Corrosion and wear are two major problems with manufacturing metals. The impacts of corrosion costs industry around $2.5T. Current solutions, such as hexavalent chromium and cadmium, are ineffective and dangerous. Creating a better solution for corrosion can protect the environment. A durable corrosion resistant coating can address all the issues enable the future. This is what Mehdi Kargar, CEO of Maxterials, is solving.
What problem are you solving?
The industry at large is dealing with the problem of wear and corrosion. Maxterial is making a longer lasting corrosion and wear-resistant coating, which is also not toxic (compared to the coatings used today – Hexavalent Chromium, Cyanide, and Cadmium). We started Maxterial to address these problems that we’ve known about for years. We have built our coating technology to provide a response to such a future need.
Our first product, MaxShield technology, is a coating that tolerates high temperatures, extreme corrosion, and wear. The advantage is that it can be applied to low-cost materials, such as steel, resulting in performance equivalent to expensive alloys. MaxShield was certified to be free of all substances of high concerns based REACH. The other technology in our pipeline is a corrosion-resistant coating for replacing Cadmium in electric connectors.
How have you thought about impact/impact metrics?
There are a few ways we are thinking about impact.
One aspect is getting rid of current toxic chemicals. It’s a very difficult one to get rid of these chemicals, like Hexavalent Chromium, Cyanide, and Cadmium. By eliminating the use of these toxic chemicals, we also have an impact on the safety of the workers in the production facility.
Maxterial also plays a role in reducing carbon footprint. We allow for materials, like steel, to last longer. This influences how often materials need to be replaced. For example, when we compare corrosion resistance between carbon steel coated with Maxterial’s product to carbon steel coated in chromium, our coatings extend the lifetime of the carbon steel by at least 40x. When you put chromium on carbon steel and leave it in a salt chamber, it corrodes after 400 hours, compared to Maxterial, where you will not see any corrosion after 5,000 hours of usage. Additionally, if aluminum is properly protected against corrosion and wear, it might be able to replace plastics already used in marine applications.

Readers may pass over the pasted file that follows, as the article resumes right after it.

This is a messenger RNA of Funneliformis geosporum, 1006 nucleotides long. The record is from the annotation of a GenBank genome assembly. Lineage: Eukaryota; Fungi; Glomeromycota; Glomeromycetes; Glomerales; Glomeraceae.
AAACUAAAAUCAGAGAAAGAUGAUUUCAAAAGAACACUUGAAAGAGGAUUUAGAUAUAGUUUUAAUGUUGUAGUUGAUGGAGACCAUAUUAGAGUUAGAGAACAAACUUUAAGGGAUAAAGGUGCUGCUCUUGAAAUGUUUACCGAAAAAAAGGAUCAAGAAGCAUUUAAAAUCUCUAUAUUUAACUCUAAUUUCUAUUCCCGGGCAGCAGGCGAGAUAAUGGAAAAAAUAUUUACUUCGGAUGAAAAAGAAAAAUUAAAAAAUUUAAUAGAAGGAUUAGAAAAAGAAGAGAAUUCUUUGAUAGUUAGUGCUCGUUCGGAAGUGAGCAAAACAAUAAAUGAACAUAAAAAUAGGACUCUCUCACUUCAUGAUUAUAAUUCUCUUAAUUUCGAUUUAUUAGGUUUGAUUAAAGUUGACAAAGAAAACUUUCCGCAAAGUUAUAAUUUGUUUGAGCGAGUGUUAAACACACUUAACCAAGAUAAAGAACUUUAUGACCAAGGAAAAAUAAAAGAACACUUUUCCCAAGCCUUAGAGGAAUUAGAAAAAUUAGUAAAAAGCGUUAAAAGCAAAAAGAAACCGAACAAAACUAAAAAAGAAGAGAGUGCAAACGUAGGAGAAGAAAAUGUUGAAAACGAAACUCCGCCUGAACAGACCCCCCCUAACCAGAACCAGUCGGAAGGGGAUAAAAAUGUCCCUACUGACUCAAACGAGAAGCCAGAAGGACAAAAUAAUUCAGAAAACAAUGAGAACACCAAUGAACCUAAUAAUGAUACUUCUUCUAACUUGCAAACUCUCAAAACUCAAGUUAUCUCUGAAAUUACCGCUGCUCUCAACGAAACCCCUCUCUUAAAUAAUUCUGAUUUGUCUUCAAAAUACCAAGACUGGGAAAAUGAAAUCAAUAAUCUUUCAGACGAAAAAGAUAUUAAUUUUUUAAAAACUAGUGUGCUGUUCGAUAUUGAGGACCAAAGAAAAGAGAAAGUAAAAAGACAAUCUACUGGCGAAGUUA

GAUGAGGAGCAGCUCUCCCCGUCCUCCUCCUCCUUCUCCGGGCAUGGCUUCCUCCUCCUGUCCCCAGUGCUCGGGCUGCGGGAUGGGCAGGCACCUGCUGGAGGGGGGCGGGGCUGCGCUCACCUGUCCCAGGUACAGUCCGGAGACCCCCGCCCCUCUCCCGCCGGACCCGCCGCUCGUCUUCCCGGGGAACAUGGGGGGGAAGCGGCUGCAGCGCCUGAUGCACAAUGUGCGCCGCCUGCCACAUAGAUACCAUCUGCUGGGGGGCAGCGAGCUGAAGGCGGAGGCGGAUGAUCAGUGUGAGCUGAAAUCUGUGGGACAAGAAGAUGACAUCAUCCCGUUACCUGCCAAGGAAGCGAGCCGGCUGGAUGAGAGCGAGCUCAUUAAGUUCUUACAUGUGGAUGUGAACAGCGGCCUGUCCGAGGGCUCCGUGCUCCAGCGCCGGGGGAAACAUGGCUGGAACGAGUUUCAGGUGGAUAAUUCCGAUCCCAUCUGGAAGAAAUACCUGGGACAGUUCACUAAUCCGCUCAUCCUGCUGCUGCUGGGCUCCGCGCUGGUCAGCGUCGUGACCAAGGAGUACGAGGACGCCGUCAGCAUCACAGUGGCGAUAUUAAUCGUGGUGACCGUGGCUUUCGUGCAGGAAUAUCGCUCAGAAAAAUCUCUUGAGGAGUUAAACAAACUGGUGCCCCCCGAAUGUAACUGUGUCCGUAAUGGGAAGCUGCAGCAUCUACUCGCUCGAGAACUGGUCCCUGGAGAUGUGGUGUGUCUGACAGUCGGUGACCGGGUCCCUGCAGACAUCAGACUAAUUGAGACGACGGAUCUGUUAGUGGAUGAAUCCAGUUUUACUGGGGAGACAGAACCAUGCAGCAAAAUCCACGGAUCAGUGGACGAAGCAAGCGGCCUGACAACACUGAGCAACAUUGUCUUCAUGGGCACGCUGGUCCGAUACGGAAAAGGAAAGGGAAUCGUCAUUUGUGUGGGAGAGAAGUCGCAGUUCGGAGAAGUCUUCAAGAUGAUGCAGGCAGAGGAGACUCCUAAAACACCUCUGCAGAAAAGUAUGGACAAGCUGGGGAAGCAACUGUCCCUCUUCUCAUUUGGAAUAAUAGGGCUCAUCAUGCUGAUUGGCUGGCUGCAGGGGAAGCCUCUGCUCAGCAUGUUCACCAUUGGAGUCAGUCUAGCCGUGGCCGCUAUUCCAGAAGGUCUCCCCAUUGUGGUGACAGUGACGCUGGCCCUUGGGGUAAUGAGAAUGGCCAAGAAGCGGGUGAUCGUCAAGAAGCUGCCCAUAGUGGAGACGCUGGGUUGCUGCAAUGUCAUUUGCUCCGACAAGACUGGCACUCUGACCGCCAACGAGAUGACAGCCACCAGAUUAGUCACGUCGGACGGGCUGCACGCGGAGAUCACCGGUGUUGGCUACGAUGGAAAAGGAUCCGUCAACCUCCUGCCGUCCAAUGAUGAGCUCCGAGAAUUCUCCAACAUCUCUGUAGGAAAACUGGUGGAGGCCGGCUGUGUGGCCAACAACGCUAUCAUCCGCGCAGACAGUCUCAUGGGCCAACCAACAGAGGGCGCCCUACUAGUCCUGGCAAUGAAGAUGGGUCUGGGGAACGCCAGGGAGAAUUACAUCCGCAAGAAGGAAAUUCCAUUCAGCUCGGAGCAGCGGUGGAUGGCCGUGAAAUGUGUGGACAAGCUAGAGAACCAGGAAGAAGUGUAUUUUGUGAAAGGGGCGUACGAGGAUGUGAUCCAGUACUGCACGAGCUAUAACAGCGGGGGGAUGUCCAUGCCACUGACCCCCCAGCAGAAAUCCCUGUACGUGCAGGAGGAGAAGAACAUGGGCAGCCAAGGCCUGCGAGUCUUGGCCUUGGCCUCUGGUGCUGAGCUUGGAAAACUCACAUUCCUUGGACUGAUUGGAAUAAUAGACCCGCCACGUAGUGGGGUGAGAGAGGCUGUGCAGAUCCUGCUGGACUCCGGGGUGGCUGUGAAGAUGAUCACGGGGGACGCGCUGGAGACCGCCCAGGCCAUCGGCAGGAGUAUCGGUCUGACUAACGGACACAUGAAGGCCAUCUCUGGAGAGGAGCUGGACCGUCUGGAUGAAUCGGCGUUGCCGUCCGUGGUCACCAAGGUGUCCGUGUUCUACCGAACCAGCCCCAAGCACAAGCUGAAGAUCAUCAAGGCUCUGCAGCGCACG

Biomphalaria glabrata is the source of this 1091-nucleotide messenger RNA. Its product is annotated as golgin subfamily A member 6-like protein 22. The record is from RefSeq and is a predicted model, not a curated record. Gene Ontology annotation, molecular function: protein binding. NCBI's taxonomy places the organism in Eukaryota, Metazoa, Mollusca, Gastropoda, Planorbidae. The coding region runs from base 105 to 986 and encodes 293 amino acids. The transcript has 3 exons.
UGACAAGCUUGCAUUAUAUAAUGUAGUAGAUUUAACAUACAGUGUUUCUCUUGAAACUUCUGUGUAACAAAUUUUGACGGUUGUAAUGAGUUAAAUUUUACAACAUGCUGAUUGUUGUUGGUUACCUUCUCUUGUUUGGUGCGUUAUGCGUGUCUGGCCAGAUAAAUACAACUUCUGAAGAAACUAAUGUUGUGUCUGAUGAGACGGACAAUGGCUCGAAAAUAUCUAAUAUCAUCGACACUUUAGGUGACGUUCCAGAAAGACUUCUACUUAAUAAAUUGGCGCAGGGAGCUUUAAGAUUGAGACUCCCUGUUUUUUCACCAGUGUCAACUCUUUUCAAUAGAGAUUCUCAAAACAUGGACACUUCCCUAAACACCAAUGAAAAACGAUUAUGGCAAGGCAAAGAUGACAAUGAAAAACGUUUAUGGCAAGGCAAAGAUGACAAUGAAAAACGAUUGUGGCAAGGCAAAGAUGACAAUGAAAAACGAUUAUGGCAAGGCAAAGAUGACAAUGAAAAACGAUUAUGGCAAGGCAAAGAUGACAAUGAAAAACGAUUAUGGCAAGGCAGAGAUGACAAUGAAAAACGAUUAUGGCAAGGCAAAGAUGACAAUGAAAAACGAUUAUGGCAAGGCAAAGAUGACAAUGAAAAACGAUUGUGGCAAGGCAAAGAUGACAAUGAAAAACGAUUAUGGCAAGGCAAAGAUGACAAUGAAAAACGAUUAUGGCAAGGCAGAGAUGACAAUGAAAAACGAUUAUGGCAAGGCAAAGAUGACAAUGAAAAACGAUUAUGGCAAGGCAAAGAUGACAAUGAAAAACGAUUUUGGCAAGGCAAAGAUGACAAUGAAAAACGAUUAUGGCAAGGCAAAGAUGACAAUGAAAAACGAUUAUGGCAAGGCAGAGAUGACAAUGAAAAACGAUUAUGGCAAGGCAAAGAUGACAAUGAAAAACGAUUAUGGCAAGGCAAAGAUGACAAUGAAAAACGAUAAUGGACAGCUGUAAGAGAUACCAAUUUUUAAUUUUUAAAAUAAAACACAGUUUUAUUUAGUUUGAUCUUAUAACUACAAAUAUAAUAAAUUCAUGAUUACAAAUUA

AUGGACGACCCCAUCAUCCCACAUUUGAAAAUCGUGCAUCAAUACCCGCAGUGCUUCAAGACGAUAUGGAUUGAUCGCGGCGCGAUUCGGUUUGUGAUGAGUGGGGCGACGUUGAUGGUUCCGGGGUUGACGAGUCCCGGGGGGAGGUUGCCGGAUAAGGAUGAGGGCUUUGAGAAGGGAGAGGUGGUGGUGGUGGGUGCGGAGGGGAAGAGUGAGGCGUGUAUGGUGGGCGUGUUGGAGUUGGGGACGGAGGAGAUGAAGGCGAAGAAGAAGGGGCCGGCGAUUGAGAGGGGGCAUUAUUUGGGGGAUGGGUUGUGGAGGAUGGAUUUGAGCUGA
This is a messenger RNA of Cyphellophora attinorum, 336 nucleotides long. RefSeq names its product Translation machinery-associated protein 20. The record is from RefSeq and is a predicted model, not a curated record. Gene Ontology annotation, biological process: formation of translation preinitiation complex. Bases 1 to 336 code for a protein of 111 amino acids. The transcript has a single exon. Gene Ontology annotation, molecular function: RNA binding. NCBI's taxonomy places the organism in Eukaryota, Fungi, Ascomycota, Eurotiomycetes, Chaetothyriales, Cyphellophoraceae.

Maxterial also has an impact on cost. Superalloys, for example Hastelloy is expensive. Rather than making an entire part from these alloys, we can make the object from cheap materials, such as steel, and coat it with a microscopic tin coating. This way, we can reduce the cost of materials by 6-10X.
How does your coating compare to your competition?
The primary way Maxterial competes with current toxic chemicals is that we don’t have regulatory issues. A globally well-known firm has recently tested our coatings per REACH standards. The reports certified that our coatings are free from substances of high concern.
Our technology outperforms all competitors in corrosion protection, performance, and cost. Our product not only outperforms other solutions in corrosion and cost, but it can also operate at high temperatures and harsher environments.
What will drive the growth of non-toxic coatings?
One thing is certain, these toxic chemicals need to be eliminated from the market. Government and regulation will likely be the driver here. Regulatory bodies are calling to eliminate hexavalent chromium from the market by 2024. Regulation, along with price point will accelerate the adoption of toxic-free chemical coatings. Furthermore, future technologies such as 5G+, low-cost space systems and many other technologies, require access to low-cost yet high performance materials.
Toxic-free coatings will continue to grow, from different coatings to different use cases. Maxterial’s coating technology can enable cheaper, safer and lighter materials for extreme environments. Such a technology can indirectly reduce the carbon footprint in multiple ways. The direct environmental impact Maxterial can have is by extending the lifetime of materials, in addition to improving the lives of laborers/manufacturers.
About The Author
Co-Founder at The Impact
Daniel currently works at Lawrence Livermore National Laboratory. His original assignment was to maintain and update facility safety documentation for all facilities on-site, and perform risk analysis. Over time, his role has expanded to leading continuous improvement efforts through product management.
Concurrently, Daniel volunteers with Techstars, helping organize startup weekends, and with the American Institute of Chemical Engineers, organizing events on the local and national levels of the organization. He also volunteers with One World, and previously with Powerhouse Ventures, to source and screen startups for potential investment.
Daniel holds a BS in Chemical Engineering from UC Davis, and recently completed coursework in energy innovation from Stanford. His passion is at the intersection of sustainability, innovation, and business.